It’s the middle of NaNoWriMo and the third year I have attempted to get the same sci-fi story out of my head and into Scrivener. The last time I spent a significant amount of time researching for this novel, I was sitting in Widener Library at Harvard University enjoying rare time alone while my husband was teaching a class across the yard at Harvard Law. I was excited to have obtained a library card and been allowed to research in the library. While I’m not affiliated with a university anymore, I am listed as an author in the Library of Congress, and apparently that is proof enough that a person is qualified to take a seat. But that was two years ago.
Trying to write a novel, work on book binding, or do anything that requires longer than an hour of uninterrupted time continues to be a challenge at this stage in my life. It is a conscious choice I make to devote more attention and work to my young children than to my own endeavors. When I do take time for a bookbinding class, silent meditation retreat, or to read, I share what I’m doing with my children and they are encouraging and supportive. Sometimes I even get the sense that they are proud of me. By showing them I am taking some time to seek continued education and knowledge and practice my skills, I believe I am setting a good example. Although, I would be lying if I said I didn’t miss the freedom of being able to be creative and work when inspiration strikes rather than cobbling together leftover time after everyone else’s needs are met.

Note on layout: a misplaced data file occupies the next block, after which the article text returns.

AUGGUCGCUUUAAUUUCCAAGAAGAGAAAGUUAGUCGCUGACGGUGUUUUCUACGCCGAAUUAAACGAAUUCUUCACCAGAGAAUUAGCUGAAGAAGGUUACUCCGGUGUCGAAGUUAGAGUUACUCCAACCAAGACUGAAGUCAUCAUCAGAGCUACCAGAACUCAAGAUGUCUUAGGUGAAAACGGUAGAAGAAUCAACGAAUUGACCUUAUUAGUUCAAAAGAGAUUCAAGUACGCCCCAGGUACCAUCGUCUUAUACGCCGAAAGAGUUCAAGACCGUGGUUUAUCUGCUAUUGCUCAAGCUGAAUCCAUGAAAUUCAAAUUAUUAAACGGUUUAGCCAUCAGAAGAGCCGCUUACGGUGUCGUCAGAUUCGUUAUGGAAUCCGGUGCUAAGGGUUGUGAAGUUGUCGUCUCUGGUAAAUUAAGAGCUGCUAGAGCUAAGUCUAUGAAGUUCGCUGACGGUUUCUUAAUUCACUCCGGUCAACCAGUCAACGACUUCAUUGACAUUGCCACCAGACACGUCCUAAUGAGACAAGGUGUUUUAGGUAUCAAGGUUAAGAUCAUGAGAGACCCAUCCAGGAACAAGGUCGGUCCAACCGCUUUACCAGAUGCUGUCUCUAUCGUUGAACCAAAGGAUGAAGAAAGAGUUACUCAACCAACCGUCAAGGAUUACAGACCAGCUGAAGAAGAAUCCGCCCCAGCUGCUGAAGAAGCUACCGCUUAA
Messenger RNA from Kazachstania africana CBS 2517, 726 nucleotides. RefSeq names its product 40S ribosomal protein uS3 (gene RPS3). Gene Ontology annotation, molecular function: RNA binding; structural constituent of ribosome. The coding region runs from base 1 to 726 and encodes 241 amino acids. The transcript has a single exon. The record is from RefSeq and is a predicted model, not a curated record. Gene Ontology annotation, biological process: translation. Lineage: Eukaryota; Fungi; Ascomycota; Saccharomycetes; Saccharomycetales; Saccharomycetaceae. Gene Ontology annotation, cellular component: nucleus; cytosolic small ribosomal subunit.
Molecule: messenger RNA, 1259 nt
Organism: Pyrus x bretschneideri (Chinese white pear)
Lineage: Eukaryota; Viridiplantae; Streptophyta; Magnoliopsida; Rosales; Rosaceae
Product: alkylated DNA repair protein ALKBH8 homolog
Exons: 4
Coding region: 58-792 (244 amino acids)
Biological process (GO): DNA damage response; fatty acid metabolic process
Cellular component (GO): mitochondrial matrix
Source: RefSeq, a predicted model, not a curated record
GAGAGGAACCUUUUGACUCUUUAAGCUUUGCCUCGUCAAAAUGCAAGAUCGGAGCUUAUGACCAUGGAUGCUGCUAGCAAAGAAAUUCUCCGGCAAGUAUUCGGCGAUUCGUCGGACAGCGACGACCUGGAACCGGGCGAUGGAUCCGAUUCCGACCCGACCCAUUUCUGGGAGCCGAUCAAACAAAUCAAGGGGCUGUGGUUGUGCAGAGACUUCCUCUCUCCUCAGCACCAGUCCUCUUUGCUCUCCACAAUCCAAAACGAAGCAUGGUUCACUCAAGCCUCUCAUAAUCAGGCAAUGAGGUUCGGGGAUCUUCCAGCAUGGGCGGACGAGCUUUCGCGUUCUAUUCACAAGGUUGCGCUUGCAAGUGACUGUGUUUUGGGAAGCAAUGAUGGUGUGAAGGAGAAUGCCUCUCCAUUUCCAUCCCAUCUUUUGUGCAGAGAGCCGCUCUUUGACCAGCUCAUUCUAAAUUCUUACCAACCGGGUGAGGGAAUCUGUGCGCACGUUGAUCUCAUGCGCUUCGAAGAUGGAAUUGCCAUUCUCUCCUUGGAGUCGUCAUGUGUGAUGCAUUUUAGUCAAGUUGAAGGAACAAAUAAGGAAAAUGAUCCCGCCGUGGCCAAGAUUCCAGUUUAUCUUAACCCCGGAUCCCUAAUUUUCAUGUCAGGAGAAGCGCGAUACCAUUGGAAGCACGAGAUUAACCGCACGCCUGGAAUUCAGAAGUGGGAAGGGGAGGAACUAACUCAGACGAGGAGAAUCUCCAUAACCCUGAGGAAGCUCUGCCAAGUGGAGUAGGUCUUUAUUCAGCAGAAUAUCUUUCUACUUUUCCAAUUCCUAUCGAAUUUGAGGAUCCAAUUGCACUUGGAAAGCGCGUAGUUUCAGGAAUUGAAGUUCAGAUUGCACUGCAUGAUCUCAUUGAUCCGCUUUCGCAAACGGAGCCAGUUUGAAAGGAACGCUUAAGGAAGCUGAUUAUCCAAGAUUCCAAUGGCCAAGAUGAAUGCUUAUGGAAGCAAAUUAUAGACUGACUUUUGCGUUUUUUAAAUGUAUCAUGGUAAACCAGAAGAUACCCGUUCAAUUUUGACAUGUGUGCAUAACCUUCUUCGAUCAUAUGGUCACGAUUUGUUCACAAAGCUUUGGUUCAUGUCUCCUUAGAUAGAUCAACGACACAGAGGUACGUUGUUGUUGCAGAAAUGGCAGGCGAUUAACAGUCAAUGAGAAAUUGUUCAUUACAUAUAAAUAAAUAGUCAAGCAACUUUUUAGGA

Today, Scrivener ran into a problem with the new version of Google Drive’s backup and sync. I lost much of my novel’s organization, but was able to save the draft and most notes, out of order, into a Word doc. While I’m grateful to not have to type on a clunky typewriter or have all of my work saved on a single piece of easily lost paper, I don’t like the dependence on software or needing wireless to ease my worries about lost writing.
Considering how little time I have to write, spending more than half of it on the software is frustrating. I know someday soon I will have much more time to research, read, book bind, and write. But for now my priorities are the little people who depend on me daily. I believe my efforts to continue trying to get my story out during NaNoWriMo each year are noble, even if somewhat futile.